) if given, fixes the support-function algorithm used for the intersection in 2D; otherwise the default is used

**Output**

The evaluation of the support function of $X ∩ H$ along direction $ℓ$.

**Algorithm**

This projection method is based on Prop. 8.2, [1, page 103].

In the original algorithm, Section 8.2 of [1], the linear map is performed concretely and the intersection is performed lazily (these are the default options in this algorithm, but here the four combinations are available). If the set $X$ is a zonotope, its concrete projection is again a zonotope (sometimes called "zonogon"). The intersection between this zonogon and the line can be taken efficiently in a lazy way (see Section 8.2.2 of [1]), if one uses dispatch on `ρ(y_dir, Sℓ⋂Lγ; kwargs...)`

given that `Sℓ`

is itself a zonotope.

**Notes**

This function depends on the calculation of the support function of another set in two dimensions. Obviously one does not want to use `algorithm="projection"`

again for this second calculation. The option `algorithm_2d_intersection`

is used for that: if not given, the default support-function algorithm is used (e.g., `"line_search"`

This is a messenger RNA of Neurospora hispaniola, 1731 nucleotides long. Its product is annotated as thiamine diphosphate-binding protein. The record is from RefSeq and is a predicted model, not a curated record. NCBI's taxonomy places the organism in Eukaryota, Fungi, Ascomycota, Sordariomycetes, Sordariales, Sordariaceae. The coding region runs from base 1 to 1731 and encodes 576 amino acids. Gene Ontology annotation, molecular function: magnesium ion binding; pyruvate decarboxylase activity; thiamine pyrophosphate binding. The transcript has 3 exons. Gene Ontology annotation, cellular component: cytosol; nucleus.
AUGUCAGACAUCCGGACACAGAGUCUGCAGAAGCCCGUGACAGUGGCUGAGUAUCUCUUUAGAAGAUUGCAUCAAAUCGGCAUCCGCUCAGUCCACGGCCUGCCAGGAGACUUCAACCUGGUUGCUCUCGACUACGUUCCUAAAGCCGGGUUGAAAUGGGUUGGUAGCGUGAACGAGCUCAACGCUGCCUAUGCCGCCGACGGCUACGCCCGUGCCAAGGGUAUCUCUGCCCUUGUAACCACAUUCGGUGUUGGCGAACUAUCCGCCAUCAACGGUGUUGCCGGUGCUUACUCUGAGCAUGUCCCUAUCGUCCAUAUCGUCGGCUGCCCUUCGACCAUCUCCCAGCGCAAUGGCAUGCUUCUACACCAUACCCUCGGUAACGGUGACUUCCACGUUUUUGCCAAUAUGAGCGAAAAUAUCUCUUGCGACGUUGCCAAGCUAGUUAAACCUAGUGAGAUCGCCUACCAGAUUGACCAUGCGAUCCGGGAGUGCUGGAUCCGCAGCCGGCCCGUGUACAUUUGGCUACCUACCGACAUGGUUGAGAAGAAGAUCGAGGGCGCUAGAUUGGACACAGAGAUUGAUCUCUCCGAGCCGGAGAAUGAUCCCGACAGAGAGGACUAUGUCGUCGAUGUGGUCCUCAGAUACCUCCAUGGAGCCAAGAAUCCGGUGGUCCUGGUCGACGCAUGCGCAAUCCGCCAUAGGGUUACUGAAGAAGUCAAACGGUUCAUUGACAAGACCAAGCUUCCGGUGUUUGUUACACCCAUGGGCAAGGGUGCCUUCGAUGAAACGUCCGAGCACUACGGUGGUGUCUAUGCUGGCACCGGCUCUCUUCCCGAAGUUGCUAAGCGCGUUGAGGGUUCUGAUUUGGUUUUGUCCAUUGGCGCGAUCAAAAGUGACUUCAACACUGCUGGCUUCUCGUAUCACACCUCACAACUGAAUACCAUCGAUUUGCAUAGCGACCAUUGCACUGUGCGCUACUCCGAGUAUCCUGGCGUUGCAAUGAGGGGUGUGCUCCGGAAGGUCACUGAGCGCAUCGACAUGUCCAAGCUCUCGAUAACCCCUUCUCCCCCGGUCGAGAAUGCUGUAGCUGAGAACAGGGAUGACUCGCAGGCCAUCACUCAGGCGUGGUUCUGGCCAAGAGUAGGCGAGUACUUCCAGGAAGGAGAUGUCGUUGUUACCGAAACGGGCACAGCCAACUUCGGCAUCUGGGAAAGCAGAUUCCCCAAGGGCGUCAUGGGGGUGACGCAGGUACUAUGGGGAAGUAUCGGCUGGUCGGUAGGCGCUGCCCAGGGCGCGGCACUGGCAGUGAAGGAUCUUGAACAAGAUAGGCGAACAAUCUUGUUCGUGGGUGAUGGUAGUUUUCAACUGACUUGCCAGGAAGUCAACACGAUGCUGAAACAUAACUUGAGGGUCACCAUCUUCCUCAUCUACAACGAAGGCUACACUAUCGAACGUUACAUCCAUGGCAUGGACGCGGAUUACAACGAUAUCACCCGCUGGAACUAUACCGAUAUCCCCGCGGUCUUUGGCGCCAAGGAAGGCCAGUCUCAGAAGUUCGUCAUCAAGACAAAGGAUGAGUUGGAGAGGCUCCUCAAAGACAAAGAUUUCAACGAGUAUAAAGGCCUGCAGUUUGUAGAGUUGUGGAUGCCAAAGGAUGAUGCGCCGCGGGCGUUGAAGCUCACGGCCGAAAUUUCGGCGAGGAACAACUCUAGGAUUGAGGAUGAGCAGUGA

). You can still pass additional arguments to the `"line_search"`

backend through the `kwargs`

arguments.

[1] C. Le Guernic. *Reachability Analysis of Hybrid Systems with Linear Continuous Dynamics*, PhD thesis.

`LazySets.linear_map`

— Method`linear_map(M::AbstractMatrix, cap::Intersection)`

Return the concrete linear map of an intersection of two sets.

**Input**

`M`

– matrix`cap`

– intersection of two sets

**Output**

The set obtained by applying the given linear map to the intersection.

**Algorithm**

This method computes the concrete intersection.

`LazySets.plot_recipe`

— Method```
plot_recipe(cap::Intersection{N}, [ε]::N=-one(N),
[Nφ]::Int=PLOT_POLAR_DIRECTIONS) where {N}
```

Convert an intersection of two sets to a pair `(x, y)`

of points for plotting.

**Input**

`cap`

– intersection of two sets`ε`

– (optional, default`0`

) ignored, used for dispatch`Nφ`

– (optional, default:`PLOT_POLAR_DIRECTIONS`

) number of polar directions used in the template overapproximation

**Output**

A pair `(x, y)`

of points that can be plotted.

`RecipesBase.apply_recipe`

— Method```
plot_intersection(cap::Intersection{N}, [ε]::Real=zero(N),